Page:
According to Forbes, women make the best spies. They read people and situations, make friends easily, and come equipped with built-in cover stories.
Maybe. But the bottom line is this: Whatever people believe, make the stereotype work for you. Be who everyone expects to see…and you’ll be invisible.
Take it from Agent X, Pursuit’s covert ops consultant. He’d tell you his name, but then…you know the rest.
The female covert operative: the very idea evokes smoky, black-and-white images of leggy, Cold-War Soviet spies laying (forgive the pun) the perfect honey trap for unwitting Western journalists, diplomats, and men who wield power, influence, or (most importantly) information.
Phillip Knightley explodes a few “honey trap” myths in this article for Foreign Policy Magazine, titled: “The History of the Honey Trap.” And in this piece for the Times Online, British journalist Jon Swain describes his romance with a beautiful “Mossad Mata Hari” posing as a photojournalist.
Mostly, these anecdotes reveal a simple truth. The honey trap often comes to naught—sex or romance are exchanged for useless information, if any at all; schemes to ensnare, compromise, and blackmail powerful men (and sometimes women) often fail.
And from the point of view of the private investigator, what’s the use of it? Considering how many of our cases have to do with domestic relationships, how would a honey trap work, exactly? The word “entrapment” immediately springs to mind.
Which leads to the point of this article: Why waste a female operative’s unique skills by merely exploiting her sexuality?
“In most of the world, women in law-enforcement or security are considered non-players,” says Agent X, a 20-year veteran of the trade who has worked internationally. “It’s just a mindset. That’s why it’s often so much easier for women to do surveillance.”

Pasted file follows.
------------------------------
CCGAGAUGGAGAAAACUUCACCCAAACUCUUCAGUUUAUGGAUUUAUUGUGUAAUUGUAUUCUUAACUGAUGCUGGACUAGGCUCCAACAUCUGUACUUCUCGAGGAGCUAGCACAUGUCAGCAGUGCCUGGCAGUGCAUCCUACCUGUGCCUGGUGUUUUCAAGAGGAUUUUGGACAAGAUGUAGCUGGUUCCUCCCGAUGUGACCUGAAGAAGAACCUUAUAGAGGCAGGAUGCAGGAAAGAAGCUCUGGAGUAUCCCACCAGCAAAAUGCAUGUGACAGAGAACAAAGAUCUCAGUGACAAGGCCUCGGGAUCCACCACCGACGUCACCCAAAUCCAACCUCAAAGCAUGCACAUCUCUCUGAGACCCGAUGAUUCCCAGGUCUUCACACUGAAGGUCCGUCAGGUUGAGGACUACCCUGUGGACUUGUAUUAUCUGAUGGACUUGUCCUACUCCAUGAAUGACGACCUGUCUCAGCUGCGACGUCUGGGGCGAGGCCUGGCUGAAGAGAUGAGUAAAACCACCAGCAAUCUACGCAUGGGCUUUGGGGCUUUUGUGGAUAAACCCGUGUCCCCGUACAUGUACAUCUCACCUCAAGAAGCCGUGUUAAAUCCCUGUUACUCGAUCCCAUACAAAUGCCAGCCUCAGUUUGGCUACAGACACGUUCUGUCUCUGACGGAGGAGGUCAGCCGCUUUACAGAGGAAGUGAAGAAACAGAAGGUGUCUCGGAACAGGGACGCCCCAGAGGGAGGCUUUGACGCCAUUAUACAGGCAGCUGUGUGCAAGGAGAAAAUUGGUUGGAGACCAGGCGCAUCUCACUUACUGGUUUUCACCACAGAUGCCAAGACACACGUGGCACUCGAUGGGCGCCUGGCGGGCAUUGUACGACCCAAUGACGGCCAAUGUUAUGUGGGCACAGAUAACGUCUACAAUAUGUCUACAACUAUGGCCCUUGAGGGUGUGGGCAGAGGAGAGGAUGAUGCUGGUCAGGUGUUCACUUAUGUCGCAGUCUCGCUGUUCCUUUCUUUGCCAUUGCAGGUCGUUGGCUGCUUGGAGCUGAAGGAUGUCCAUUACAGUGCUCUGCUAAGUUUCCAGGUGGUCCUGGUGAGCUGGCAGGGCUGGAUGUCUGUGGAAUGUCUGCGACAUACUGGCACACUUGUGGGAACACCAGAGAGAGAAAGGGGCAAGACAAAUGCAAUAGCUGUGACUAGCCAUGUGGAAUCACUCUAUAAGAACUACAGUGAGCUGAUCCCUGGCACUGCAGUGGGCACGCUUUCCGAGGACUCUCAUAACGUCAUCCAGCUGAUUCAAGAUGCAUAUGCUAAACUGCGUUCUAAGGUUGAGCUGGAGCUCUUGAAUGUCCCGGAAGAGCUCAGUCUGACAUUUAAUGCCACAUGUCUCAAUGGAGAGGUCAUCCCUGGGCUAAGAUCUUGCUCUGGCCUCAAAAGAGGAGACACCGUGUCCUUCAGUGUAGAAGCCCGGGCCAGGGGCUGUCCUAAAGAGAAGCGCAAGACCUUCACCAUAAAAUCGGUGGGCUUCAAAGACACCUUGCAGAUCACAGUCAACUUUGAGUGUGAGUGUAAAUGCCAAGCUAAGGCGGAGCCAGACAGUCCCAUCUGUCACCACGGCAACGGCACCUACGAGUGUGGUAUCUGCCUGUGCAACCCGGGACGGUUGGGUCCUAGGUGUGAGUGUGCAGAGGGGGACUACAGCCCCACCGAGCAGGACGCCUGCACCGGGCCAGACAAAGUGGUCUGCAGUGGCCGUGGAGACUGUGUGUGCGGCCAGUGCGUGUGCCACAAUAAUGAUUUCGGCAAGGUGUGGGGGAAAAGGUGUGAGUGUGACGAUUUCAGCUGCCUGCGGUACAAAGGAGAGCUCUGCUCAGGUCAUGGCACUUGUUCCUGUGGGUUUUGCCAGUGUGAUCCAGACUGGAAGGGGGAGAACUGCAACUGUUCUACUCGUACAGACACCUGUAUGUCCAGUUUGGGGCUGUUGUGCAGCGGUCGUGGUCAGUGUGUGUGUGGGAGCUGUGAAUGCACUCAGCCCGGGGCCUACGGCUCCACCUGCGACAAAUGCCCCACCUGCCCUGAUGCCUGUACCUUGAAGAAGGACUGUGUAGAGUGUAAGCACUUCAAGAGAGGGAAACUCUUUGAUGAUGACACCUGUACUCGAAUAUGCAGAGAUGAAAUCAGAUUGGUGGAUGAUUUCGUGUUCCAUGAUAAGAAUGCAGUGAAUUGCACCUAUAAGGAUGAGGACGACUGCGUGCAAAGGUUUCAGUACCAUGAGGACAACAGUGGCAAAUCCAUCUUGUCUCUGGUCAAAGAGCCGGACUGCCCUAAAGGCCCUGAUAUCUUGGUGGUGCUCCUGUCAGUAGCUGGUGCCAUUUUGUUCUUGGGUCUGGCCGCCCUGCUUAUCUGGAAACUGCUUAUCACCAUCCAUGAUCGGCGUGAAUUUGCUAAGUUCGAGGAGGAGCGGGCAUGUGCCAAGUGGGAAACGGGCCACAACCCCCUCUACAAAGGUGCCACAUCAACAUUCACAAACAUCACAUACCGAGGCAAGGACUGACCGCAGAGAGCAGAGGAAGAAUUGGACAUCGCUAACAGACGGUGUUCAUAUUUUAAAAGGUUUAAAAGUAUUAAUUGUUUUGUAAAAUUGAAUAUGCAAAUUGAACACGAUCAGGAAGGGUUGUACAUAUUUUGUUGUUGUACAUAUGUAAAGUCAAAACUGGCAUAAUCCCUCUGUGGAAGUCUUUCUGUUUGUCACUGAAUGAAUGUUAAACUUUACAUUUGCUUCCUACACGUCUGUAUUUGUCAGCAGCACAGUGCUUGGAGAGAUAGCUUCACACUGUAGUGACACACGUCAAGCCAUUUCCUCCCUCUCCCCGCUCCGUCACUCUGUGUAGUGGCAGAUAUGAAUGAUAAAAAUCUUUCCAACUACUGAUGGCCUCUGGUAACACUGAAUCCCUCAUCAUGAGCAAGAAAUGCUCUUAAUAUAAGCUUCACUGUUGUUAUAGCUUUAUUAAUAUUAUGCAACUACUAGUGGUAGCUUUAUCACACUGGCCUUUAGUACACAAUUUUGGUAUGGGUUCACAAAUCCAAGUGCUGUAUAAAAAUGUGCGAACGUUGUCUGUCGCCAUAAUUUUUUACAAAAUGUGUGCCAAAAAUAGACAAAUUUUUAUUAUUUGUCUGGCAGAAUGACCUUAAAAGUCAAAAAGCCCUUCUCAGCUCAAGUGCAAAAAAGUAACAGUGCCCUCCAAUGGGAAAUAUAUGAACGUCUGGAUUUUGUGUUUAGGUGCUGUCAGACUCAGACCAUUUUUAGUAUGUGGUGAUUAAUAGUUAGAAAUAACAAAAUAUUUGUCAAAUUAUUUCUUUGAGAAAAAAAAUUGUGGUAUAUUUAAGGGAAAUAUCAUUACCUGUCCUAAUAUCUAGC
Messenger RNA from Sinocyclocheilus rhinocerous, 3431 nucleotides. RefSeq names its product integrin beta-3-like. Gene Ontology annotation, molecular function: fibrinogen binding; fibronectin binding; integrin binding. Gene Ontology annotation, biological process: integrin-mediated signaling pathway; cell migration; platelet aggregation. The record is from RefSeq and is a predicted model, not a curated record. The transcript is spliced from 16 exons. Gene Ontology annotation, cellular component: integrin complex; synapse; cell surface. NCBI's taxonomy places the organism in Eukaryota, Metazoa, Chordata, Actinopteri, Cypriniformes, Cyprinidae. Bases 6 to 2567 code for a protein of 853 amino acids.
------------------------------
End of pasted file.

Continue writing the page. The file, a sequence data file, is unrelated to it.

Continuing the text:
Agent X points out that because such a small percentage of law-enforcement and security personnel are female, women can often disappear into the environment in ways men might not be able to. A man walking a dog in a neighborhood at night might arouse suspicion, for example. “But a woman in that situation is perceived as non-threatening,” he says. “It’s not uncommon to see a woman walking a dog or pushing a carriage…and she’s able to get closer to targets that way.”
The same goes for surveillance at a bar or restaurant. “It’s easier for a man-woman surveillance team or a single woman to sit in a bar and watch (without arousing suspicion) than for a man to sit alone,” says Agent X.
“Women just aren’t seen. They’re invisible,” he adds, at least, from the point of view of targets keeping an eye out for tails. “Because they’re not ‘classical’ authority figures.”
Agent X admits, this approach plays to the stereotypes about men’s and women’s traditional roles in society. But when it comes to surveillance, playing to stereotypes works. Would you wear a polo shirt and khakis while infiltrating a biker bar? What about a country club?
When it comes to disappearing into the background and quietly gathering information, it’s all about perception, playing to what people expect to see. “If you’re a female with a stroller, a dog, a leash, or a baby seat in your car, there’s nowhere you can’t go,” he says. “Think about it: a guy walks around looking in my yard – suspicious, right? He’d better have on a gas company vest. But a woman out there with a leash calling a lost dog? Who’s not gonna come out and help her look for it?
“A female just has so many advantages,” says Agent X. Especially as part of a man-woman team. “If somebody’s engaged at the front door with some stupid dog story, somebody else can be in back doing a trash pickup.
“Pack a baby seat, stroller, and leash in your car,” he advises female investigators. “Then have a bag ready with a jacket, shorts, sweat pants, sneakers, pumps, and a couple of different shirts.” In two minutes, he says, a female can easily dress up or down, go into character, walk in anywhere, and fit in, from a gym to a nightclub. “Boom, you’re done,” he says. “You’re unburnable.”
And the purse-cam is rolling.
This article first appeared on Thomas Humphreys’ blog at [FIND] Investigations.